How many miles do you get out of a clutch?

64 posts in this topic

Posted · Report post

Just curious how many miles of driving that you get before needing to get your clutch changed. I ask this because I need a new one in my 97 Escort and my wife has always accused me of being hard on one. I don't see where I drive any differently than most others. If I am gard on one I need to figure out what I am doing wrong. I will eventually fess up to how many miles I have put on this clutch. In my defense however, I was given this car by a friend and when he gave it to me he said that it had a new clutch. He did not tell me how many miles he had put on the new clutch.

Anywho- what is your average clutch life?

Later-

Share this post


Link to post
Share on other sites

Posted · Report post

Low avg 80.000 high would be about 110.00/120.00

Share this post


Link to post
Share on other sites

Posted · Report post

A couple of runs, maybe. :P

Wild%20Willie%20Borsch%20reels%20in%20th

Share this post


Link to post
Share on other sites

Posted · Report post

Drove an '81 Toyota SR5 long bed pickup for 11 years, 185,000 miles on the original clutch, which worked just as well when I turned it over to my newly-minted ex-wife as it did the day I drove it off the Toyota dealer's lot.

With proper use, a conventional clutch should last a LONG time!

Art

Share this post


Link to post
Share on other sites

Posted · Report post

Too many variables. 50,000 max on a vintage English clutch. 100,000 min on a Japanese car. Personally I have gone through three clutches in one day with less than 2 miles on each, and have sold a Celica SR-5 with 130,000 on the original clutch.

Share this post


Link to post
Share on other sites

Posted · Report post

Like Art said, they should last a long time if driven properly. A lot of factors go into the length of service parts will last on a vehicle. My 2008 Toyota Camry has over 100,000 miles on the front brake pads and nearly 160,000 miles on the rears! Sounds great unless you sell parts for Toyotas, which I do!

Proper maintenance and careful driving will go a long way towards parts lasting.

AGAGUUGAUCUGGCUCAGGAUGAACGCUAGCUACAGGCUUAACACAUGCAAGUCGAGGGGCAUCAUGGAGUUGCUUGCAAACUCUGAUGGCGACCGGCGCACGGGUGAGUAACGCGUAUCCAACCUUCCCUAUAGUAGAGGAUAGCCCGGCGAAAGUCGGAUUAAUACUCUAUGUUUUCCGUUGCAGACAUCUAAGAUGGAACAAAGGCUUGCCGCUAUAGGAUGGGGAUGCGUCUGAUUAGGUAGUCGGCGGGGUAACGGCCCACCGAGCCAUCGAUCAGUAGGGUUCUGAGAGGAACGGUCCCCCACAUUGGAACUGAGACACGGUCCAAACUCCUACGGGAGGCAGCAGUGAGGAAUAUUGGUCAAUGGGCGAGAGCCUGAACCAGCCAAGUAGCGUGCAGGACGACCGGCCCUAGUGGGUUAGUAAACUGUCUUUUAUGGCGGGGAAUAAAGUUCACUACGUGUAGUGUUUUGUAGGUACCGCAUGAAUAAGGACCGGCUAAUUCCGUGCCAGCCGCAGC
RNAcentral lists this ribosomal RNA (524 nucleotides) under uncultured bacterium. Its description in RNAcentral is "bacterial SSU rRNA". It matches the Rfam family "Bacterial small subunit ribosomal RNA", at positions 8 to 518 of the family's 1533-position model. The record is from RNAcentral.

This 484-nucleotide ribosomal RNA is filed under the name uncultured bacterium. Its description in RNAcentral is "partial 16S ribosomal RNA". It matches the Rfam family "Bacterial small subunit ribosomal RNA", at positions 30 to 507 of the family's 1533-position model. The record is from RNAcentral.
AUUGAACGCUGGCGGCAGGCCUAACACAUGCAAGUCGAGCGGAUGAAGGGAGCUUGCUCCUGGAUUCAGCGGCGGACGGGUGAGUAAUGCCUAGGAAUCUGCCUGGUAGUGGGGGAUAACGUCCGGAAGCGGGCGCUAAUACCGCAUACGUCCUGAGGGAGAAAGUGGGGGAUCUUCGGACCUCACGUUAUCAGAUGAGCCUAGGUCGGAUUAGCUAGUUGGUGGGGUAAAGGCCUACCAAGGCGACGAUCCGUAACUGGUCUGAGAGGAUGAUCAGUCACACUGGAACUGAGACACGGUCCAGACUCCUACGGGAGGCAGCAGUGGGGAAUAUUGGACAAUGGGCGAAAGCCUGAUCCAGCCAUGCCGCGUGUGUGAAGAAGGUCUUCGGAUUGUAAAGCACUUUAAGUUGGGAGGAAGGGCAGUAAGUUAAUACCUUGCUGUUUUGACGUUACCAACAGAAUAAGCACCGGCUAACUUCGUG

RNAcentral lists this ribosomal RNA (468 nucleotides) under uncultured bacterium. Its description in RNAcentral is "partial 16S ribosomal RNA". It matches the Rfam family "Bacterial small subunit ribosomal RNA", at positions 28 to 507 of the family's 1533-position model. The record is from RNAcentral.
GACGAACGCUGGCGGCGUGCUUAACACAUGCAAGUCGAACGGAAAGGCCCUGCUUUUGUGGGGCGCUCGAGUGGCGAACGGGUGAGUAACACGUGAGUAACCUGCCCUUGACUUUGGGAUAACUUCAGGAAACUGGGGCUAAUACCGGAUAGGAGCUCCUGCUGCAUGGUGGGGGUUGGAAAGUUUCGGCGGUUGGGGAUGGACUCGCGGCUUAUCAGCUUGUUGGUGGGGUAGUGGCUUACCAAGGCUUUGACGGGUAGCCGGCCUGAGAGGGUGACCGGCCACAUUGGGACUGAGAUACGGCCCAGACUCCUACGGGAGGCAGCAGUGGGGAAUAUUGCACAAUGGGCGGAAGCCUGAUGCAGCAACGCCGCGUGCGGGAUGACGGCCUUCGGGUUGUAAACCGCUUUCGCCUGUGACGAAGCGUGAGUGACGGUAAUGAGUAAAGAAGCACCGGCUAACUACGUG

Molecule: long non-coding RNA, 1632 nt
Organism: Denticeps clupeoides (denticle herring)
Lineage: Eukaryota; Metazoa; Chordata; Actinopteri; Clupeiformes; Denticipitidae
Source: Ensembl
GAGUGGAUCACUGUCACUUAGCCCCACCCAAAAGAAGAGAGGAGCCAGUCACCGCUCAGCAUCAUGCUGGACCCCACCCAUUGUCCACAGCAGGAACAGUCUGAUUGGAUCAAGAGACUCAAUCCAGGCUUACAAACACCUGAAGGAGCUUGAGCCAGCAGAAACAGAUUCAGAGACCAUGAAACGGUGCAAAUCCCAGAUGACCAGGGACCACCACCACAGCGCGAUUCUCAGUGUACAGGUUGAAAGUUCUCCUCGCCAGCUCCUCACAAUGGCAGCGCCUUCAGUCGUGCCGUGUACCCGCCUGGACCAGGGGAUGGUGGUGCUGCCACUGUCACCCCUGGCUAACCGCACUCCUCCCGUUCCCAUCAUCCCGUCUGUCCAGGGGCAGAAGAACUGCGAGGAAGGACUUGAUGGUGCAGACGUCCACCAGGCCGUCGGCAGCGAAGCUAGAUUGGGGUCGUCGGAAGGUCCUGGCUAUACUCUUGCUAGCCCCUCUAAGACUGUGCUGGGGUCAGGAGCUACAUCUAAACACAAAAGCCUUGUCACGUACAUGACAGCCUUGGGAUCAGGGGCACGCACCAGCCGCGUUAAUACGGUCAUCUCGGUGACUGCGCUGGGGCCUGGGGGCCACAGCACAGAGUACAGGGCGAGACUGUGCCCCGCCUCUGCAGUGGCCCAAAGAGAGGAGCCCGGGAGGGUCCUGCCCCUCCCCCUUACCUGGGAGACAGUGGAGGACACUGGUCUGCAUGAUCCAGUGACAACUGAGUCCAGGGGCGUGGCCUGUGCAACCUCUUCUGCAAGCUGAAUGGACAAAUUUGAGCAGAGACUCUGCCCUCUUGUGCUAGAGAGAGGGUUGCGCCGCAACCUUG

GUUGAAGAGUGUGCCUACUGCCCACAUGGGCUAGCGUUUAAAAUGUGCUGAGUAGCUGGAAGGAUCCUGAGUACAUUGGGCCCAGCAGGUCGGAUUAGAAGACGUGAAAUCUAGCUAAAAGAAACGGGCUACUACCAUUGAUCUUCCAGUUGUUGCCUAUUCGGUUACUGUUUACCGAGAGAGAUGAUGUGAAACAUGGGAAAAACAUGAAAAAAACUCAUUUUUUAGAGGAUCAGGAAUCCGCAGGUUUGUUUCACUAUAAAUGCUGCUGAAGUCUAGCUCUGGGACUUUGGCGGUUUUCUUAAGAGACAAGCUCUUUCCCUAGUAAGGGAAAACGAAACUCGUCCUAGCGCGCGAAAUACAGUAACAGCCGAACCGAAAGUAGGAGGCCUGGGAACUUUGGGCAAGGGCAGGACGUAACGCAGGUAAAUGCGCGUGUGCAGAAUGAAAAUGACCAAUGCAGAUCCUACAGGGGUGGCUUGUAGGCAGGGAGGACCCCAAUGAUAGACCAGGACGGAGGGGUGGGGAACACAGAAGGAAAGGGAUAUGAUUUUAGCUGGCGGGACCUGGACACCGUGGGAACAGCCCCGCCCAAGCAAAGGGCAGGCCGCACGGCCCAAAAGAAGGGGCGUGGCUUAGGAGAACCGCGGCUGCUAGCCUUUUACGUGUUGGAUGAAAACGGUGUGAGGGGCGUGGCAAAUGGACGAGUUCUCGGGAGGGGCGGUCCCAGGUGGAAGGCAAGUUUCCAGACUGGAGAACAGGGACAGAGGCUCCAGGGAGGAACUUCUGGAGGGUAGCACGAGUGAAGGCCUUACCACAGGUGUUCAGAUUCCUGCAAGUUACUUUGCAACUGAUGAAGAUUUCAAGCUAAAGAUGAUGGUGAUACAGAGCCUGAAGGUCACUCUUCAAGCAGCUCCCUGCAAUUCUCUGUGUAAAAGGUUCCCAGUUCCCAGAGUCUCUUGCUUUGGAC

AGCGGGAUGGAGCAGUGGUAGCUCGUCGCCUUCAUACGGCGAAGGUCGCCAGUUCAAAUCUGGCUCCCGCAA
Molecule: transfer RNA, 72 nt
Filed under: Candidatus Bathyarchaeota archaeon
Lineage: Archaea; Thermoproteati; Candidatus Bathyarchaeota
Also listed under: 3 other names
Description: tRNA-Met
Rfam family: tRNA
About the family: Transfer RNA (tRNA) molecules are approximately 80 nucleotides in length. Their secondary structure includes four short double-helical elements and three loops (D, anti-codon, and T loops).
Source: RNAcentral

Share this post


Link to post
Share on other sites

Posted · Report post

Since parts are so expensive and hard to find on both of my antique Ford trucks , I can safely say I've done one change on the 53 in 100,000 miles . . Since the odometer quit working several years ago, I've maybe adjusted it one time ............

Share this post


Link to post
Share on other sites

Posted · Report post

I've put 26,000 on this one. My wife may be right.-- That last sentence was difficult to type. LOL!

I must be doing something wrong.

Later-

Share this post


Link to post
Share on other sites

Posted · Report post

I've put 26,000 on this one. My wife may be right.-- That last sentence was difficult to type. LOL!

I must be doing something wrong.

Later-

Do you use the clutch instead of the brake to hold the vehicle on inclines?

Are you 100% sure the clutch your friend installed was new? Clutch disc and pressure plate?

Not sure how the Ford/Mazda 1.9L(?) Four's clutch setup is adjusted, or if it even is adjustable, but if the clutch is cable operated, check it for wear before you single out the clutch disc/PP.

Share this post


Link to post
Share on other sites

Posted · Report post

to follow up on what Casey mentioned, be sure to shop around for a clutch and the old adage is true- you get what you pay for. A cheap clutch could be just that, cheap.

Share this post


Link to post
Share on other sites

Posted · Report post

Tom,

Your car is equipped with a clutch master and clutch slave cylinder and it could be something as simple as low fluid! If you aren't too savvy on clutches, find a reputable shop and have them look at your car. A new clutch kit at NAPA retails for $175, while a clutch master is $25 and the clutch slave is $32. The NAPA clutches are supplied by a very high quality company, keep that in mind when shopping and comparing.

Share this post


Link to post
Share on other sites

Posted · Report post